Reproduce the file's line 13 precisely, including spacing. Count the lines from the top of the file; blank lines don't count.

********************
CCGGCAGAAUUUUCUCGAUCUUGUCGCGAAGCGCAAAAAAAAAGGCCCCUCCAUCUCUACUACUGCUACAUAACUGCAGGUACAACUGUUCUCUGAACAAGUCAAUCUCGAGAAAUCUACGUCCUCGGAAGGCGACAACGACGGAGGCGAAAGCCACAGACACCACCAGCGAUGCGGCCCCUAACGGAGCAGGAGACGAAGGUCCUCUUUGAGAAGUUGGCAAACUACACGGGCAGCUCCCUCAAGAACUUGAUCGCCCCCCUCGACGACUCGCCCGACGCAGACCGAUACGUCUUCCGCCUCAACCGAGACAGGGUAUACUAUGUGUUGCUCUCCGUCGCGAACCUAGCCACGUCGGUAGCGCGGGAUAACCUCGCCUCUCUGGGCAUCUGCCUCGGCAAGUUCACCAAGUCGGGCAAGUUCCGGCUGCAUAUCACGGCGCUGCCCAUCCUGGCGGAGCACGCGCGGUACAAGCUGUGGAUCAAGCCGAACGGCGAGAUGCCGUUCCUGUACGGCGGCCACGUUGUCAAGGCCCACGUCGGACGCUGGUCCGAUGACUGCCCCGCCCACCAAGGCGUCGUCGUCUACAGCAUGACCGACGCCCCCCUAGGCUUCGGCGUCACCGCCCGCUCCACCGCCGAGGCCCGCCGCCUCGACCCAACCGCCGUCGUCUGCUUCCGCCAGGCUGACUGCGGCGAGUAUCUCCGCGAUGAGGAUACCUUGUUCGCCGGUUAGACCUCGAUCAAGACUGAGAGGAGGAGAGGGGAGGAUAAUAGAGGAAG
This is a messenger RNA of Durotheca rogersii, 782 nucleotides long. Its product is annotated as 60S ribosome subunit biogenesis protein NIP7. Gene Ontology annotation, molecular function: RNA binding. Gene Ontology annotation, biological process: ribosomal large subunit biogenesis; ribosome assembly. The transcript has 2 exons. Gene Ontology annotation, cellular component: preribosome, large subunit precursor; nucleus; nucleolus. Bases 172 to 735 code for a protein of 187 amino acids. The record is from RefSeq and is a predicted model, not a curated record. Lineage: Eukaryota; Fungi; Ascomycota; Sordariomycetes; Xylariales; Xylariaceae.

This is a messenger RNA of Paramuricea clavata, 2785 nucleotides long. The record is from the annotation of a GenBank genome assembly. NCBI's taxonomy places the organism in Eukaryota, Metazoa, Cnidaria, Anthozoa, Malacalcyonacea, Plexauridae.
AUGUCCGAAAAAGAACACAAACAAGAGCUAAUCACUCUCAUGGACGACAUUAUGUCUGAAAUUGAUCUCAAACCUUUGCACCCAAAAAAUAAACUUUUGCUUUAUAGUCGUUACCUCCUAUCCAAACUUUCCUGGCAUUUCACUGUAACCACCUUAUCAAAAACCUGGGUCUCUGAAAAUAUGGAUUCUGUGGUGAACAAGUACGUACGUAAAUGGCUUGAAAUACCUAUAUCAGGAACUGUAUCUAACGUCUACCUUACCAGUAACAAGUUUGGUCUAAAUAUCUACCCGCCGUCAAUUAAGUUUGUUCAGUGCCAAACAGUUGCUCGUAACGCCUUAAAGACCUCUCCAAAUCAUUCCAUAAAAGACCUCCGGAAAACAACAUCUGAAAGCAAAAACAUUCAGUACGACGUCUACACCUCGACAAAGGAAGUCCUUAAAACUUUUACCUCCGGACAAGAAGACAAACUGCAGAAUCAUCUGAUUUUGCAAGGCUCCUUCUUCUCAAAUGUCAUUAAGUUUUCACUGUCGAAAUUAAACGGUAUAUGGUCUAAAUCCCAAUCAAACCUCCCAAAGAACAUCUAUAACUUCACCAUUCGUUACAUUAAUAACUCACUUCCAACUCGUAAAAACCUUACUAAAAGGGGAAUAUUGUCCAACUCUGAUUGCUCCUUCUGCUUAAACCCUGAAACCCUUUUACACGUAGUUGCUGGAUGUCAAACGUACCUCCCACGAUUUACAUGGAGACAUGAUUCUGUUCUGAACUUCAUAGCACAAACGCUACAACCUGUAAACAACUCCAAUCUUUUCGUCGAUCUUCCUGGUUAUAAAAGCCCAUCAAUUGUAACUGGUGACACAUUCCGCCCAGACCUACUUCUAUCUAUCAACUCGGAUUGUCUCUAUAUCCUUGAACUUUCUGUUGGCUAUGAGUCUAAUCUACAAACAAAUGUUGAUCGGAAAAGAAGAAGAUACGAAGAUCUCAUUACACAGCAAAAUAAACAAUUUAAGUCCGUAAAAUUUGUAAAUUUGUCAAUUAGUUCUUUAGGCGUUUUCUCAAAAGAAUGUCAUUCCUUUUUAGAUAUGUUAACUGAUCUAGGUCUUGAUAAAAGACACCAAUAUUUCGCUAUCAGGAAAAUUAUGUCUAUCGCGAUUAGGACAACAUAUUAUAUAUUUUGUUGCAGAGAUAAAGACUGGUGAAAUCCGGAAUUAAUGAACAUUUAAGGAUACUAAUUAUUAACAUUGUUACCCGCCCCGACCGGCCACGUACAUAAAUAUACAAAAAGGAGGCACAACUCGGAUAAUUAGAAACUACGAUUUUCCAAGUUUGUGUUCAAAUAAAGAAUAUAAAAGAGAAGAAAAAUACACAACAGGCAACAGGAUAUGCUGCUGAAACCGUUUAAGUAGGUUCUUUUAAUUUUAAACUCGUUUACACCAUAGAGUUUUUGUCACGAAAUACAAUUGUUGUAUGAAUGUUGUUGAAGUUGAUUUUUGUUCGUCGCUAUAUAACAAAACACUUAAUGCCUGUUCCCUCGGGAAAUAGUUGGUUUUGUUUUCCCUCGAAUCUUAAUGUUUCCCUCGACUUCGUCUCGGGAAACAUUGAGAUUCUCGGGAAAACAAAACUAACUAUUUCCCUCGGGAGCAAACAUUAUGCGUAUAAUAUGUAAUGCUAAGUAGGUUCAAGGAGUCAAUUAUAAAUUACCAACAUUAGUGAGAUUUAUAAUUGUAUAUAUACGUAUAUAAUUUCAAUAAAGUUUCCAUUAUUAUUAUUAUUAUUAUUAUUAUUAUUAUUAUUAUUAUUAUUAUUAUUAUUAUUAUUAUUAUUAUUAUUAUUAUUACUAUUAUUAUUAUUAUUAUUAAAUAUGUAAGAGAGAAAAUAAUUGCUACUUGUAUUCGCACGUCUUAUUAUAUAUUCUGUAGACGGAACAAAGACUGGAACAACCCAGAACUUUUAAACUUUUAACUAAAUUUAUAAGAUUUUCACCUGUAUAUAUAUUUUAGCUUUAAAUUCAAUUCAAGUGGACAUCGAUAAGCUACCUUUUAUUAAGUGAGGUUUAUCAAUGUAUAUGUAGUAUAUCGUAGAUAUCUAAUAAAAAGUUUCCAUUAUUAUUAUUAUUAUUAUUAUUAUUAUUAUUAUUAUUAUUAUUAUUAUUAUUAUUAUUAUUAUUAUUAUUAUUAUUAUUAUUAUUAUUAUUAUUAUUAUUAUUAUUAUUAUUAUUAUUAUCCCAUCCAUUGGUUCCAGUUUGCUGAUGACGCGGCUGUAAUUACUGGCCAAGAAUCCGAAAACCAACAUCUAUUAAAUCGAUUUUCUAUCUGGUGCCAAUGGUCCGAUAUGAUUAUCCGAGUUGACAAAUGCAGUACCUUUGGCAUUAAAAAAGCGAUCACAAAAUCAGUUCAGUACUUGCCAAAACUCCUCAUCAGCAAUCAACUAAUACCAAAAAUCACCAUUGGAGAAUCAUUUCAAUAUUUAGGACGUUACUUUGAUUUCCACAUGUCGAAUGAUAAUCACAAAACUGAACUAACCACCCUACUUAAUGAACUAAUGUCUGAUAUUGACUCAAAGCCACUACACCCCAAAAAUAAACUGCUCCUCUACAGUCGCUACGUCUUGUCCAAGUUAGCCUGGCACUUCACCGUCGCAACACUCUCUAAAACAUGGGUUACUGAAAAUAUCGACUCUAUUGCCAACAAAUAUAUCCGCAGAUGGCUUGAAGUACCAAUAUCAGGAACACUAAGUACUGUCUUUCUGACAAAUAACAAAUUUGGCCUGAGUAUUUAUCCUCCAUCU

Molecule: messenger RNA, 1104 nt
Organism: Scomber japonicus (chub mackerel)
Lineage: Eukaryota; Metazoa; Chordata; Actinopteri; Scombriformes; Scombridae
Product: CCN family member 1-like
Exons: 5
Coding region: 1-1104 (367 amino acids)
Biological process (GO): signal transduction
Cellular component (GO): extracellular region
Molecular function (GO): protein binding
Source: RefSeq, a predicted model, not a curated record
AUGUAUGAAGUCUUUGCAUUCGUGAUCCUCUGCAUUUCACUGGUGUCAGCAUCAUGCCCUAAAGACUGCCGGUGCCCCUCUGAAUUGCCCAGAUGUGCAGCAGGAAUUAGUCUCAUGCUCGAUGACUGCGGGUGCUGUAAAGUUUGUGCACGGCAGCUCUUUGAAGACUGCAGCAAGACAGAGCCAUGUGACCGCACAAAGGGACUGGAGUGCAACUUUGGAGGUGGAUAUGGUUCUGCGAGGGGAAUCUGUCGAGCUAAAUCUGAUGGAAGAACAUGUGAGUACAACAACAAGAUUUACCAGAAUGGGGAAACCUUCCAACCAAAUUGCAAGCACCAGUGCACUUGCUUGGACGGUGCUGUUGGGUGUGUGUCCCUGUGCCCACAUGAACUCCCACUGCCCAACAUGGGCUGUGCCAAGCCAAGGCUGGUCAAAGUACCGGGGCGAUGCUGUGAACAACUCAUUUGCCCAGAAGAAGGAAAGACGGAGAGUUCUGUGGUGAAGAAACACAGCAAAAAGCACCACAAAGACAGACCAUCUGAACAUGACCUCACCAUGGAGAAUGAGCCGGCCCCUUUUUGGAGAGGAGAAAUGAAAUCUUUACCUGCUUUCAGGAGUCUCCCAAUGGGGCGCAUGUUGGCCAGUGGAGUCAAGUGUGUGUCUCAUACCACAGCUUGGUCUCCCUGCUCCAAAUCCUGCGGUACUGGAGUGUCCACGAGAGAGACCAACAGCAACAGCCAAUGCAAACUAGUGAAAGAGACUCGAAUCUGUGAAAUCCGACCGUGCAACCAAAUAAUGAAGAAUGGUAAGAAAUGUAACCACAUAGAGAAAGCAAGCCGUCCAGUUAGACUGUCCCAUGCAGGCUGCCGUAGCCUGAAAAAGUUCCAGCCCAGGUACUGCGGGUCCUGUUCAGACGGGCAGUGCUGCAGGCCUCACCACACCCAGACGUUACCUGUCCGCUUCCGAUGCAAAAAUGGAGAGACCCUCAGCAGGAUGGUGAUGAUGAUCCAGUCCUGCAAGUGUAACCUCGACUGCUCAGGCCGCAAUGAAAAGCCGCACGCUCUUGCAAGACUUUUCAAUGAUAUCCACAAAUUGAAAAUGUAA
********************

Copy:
Molecular function (GO): protein binding